• As the others have suggested, there are better ways of brute-forcing this. Consider the following recursive relation: A (k+1)-subgraph is a clique if the first k vertices form a clique and vertex (k+1) is adjacent to each of the first k vertices. You can apply this in two directions:
    • Start with a 1-clique and gradually expand the clique until you get the desired size. For example, if m is the largest vertex in the current clique, try to add vertex {m+1, m+2, ..., n-1} to get a clique that is one vertex larger. (This is similar to a depth-first tree traversal, where the children of a tree node are the vertices larger than the largest vertex in the current clique.)
    • Start with a subgraph of the desired size and check if it is a clique, using the recursive relation. Set up a memoization table to store results along the way.
  • (implementation suggestion) Use an adjacency matrix (0-1) to represent edges in the graph.
  • (initial pruning) Throw away all vertices with degree less than k.
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The algorithm "for each k-tuple of vertices, if it is a clique, then return true" works for sure. However, it's brute force, which is probably not what an algorithms course is searching for. Instead, consider the following:

  1. Every vertex is a 1-clique.
  2. For every 1-clique, every vertex that connects to the vertex in the 1-clique contributes to a 2-clique.
  3. For every 2-clique, every vertex that connects to each vertex in the 2-clique contributes to a 3-clique.
  4. ...
  5. For every (k-1)-clique, every vertex that connects to each vertex in the (k-1) clique contributes to a k-clique.

This idea might lead to a better approach.

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Perhaps try a dynamic programming technique.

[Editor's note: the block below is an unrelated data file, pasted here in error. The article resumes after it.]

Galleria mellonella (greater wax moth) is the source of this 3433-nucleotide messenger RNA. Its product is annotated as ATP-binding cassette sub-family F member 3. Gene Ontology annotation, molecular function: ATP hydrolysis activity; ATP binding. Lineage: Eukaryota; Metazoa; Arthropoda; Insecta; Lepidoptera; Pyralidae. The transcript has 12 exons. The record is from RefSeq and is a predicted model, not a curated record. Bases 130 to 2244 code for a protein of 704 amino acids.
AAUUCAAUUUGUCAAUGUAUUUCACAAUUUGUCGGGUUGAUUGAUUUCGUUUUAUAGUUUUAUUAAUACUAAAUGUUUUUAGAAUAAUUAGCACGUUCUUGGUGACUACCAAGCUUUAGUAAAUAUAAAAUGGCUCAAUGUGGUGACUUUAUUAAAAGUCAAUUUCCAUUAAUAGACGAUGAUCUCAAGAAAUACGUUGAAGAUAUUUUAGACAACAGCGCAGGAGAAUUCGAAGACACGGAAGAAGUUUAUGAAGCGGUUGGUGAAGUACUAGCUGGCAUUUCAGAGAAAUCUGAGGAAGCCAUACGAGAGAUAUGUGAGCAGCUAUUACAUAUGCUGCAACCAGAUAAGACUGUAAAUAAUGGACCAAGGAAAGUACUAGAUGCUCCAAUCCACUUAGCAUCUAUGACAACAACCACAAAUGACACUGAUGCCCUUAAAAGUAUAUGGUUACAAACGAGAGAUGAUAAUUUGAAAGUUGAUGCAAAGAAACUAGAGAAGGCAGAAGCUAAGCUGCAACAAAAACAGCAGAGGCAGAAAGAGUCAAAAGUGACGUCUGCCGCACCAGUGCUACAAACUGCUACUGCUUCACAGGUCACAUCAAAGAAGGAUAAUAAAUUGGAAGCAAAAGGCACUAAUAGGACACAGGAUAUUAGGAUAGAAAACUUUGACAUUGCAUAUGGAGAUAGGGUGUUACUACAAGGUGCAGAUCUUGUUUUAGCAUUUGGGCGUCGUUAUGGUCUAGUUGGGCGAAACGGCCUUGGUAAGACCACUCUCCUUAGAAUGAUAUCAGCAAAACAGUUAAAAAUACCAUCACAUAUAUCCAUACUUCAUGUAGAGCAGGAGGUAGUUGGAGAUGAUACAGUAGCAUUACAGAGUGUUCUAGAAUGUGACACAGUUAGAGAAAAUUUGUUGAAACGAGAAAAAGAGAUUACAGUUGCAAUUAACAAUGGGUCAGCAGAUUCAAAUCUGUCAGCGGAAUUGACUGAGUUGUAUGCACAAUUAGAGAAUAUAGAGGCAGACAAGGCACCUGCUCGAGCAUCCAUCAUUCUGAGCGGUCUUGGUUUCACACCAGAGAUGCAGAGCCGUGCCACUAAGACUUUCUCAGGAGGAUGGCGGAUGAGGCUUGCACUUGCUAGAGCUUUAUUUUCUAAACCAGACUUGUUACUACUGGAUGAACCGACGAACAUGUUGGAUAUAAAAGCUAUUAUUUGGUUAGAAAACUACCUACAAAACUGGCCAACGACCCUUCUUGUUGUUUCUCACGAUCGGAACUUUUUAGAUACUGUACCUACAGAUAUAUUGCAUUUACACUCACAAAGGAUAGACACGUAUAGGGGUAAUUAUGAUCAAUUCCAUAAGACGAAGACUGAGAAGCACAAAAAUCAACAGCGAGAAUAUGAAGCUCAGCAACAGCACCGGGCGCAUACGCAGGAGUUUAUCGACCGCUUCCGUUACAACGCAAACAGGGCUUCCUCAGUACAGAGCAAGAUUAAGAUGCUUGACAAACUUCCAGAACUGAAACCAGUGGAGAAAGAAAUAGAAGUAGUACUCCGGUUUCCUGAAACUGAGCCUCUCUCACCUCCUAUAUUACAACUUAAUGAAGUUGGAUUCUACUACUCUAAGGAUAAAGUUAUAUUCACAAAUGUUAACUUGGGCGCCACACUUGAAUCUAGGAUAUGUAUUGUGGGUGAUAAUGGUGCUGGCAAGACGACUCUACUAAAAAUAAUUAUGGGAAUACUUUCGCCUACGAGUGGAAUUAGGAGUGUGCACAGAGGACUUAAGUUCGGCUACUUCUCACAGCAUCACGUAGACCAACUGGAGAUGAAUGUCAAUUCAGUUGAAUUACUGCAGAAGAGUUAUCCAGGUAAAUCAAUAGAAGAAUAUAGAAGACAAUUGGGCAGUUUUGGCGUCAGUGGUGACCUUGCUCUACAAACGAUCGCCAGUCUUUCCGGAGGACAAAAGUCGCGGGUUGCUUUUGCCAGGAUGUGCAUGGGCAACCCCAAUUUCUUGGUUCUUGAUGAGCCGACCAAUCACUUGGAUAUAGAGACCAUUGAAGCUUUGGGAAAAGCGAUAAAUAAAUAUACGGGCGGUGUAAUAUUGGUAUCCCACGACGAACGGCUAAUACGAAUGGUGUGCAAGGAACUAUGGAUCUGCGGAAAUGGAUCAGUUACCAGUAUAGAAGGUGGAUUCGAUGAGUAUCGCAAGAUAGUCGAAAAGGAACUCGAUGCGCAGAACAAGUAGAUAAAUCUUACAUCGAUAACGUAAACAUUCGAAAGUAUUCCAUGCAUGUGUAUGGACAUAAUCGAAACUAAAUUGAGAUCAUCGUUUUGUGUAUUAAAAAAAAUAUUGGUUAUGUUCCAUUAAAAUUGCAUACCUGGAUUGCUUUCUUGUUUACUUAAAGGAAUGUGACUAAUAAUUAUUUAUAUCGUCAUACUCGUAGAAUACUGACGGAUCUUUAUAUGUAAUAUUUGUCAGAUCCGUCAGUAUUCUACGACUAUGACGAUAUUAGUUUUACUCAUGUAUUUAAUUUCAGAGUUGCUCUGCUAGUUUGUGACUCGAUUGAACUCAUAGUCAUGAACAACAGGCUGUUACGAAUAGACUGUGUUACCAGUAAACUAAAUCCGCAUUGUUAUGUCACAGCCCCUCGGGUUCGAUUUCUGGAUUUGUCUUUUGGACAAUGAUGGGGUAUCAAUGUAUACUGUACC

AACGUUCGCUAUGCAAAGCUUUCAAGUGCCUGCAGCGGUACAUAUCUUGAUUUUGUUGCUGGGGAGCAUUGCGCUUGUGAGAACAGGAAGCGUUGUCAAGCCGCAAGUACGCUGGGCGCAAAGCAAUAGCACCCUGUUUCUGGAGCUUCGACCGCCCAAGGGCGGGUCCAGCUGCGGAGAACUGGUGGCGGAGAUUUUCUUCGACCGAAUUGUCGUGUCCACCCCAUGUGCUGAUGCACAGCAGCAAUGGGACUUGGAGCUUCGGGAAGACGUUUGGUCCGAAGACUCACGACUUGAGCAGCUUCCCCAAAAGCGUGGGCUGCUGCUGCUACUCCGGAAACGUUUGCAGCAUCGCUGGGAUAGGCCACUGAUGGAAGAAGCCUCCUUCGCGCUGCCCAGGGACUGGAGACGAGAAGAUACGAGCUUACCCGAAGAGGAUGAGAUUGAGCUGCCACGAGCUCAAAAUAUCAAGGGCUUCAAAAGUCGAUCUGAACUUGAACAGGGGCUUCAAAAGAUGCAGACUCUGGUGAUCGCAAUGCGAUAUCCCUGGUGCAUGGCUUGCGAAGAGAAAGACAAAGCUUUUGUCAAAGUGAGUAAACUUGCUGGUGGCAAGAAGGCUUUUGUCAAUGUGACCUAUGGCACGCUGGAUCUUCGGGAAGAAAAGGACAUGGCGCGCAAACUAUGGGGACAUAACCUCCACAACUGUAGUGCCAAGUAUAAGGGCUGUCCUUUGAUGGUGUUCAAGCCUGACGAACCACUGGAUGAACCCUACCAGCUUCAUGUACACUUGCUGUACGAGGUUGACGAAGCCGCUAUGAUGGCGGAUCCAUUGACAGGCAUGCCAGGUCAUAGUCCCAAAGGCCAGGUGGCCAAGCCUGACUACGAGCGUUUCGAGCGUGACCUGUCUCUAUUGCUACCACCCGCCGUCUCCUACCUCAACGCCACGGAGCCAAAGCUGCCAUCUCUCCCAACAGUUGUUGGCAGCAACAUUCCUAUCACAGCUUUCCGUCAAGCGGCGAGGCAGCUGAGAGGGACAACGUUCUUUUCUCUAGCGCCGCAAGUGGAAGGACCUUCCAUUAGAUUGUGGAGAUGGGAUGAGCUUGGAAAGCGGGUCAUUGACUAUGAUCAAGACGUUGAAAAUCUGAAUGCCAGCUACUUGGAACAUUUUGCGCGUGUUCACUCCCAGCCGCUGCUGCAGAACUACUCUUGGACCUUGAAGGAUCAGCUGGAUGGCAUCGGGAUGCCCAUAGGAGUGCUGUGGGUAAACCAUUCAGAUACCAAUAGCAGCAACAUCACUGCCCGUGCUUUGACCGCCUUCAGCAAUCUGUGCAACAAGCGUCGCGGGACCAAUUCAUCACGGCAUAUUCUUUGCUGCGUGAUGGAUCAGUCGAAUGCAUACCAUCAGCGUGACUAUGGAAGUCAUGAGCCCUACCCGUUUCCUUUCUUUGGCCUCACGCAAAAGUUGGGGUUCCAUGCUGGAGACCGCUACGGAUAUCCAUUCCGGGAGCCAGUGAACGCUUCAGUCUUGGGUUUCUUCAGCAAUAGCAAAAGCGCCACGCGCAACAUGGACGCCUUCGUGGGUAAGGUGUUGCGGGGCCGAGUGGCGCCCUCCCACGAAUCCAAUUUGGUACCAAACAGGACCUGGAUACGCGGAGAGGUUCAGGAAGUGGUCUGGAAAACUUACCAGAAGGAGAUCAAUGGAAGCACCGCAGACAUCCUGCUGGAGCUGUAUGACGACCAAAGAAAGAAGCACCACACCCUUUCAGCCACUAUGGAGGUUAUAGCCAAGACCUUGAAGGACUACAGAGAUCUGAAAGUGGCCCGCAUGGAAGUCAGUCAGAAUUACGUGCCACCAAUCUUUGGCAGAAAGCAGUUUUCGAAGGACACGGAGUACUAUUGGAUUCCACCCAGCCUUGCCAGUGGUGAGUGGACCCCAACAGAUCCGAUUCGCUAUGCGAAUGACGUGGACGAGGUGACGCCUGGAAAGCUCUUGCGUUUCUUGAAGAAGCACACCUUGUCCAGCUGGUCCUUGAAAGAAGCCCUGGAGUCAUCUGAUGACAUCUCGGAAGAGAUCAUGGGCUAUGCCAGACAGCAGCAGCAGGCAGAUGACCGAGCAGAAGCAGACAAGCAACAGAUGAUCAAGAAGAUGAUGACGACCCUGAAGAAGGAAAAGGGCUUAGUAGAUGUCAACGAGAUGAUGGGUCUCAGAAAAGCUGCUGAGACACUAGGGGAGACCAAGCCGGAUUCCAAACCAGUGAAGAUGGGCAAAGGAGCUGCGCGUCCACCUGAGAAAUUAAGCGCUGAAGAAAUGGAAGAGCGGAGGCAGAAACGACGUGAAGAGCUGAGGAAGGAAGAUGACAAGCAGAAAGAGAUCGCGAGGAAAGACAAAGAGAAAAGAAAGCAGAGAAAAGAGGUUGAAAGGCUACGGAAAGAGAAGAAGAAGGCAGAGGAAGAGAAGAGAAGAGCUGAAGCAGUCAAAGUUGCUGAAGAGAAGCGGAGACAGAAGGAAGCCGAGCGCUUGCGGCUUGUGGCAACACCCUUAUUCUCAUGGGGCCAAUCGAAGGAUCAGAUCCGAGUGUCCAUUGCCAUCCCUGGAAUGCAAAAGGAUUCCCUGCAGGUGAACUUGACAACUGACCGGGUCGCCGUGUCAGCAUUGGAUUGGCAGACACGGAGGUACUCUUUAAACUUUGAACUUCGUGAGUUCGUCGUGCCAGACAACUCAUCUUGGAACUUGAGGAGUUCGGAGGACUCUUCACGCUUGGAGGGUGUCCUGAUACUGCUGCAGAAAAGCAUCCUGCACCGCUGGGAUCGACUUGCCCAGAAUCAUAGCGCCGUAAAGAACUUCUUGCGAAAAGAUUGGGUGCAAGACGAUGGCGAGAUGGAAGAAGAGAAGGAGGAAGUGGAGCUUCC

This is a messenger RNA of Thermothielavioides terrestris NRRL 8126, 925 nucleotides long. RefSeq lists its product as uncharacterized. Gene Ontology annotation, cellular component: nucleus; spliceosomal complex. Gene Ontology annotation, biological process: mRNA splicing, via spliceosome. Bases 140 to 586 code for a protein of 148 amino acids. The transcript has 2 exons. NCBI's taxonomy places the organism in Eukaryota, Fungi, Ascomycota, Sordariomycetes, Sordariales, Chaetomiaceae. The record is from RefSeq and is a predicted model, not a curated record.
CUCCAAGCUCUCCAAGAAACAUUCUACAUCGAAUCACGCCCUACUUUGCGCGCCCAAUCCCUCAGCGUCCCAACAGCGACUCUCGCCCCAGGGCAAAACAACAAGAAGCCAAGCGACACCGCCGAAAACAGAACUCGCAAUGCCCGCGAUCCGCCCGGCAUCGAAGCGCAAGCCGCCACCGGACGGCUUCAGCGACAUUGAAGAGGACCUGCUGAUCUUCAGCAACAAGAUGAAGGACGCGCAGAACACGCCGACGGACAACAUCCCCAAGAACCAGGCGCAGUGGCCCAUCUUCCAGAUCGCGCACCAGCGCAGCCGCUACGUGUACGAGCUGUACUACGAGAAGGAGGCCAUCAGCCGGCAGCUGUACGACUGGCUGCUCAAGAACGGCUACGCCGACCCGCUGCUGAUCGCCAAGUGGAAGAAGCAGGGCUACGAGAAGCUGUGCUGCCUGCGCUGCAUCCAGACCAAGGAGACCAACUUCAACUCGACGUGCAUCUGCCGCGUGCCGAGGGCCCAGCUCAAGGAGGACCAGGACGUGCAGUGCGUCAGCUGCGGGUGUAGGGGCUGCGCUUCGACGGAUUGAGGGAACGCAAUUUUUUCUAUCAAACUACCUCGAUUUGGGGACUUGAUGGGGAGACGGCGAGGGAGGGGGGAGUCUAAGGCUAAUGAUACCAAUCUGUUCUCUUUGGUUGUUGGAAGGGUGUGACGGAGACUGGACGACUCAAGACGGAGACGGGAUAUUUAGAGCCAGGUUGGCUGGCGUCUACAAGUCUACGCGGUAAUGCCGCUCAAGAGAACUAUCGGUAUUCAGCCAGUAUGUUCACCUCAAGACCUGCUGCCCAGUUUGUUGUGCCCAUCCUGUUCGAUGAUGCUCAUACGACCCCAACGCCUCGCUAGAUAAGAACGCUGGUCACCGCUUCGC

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I once implemented an algorithm to find all maximal cliques in a graph, which is a similar problem to yours. The way I did it was based on this paper: http://portal.acm.org/citation.cfm?doid=362342.362367 - it described a backtracking solution which I found very useful as a guide, although I changed quite a lot from that paper. You'd need a subscription to get at that though, but I presume your University would have one available.

One thing about that paper though is I really think they should have named the "not set" the "already considered set" because it's just too confusing otherwise.

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It's amazing what typing things down as a question will show you about what you've just written. This line:

P = A x A x A  //Cartesian product

should be this:

P = A k //Cartesian product

What do you mean by A^k? Are you taking a matrix product? If so, is A the adjacency matrix (you said it was an array of n+1 elements)?

In setbuilder notation, it would look something like this:

P = {(x0, x1, ... xk) | x0 ∈ A and x1 ∈ A ... and xk ∈ A}

It's basically just a Cartesian product of A taken k times. On paper, I wrote it down as k being a superscript of A (I just now figured out how to do that using markdown).

Plus, A is just an array of each individual vertex without regard for adjacency.

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What do you mean by A^k? Are you taking a matrix product? If so, is A the adjacency matrix (you said it was an array of n+1 elements)? –  Zach Scrivena Feb 4 '09 at 2:10
I believe A is an unordered list of nodes, ie 1, 2, 3, ... ,n. A^k gives every possible length-k combination of them. Then he checks whether any given combination is connected, ie, a clique. –  Paul Feb 4 '09 at 2:21
@Zach: A^k is just the Cartesian product A×A×…A (k times), as the comment and the answer says. [It consists of k-tuples (u,v,w,...) where each of the elements is in A.] –  ShreevatsaR Feb 4 '09 at 2:22
Thank you Paul. You said it better than I could. :-) I'll take this as a prompt that I might need to reconsider a more readable way of doing this. –  Jason Baker Feb 4 '09 at 2:22
Ah I see. So the edges in the graph are not explicit in your code right? –  Zach Scrivena Feb 4 '09 at 2:25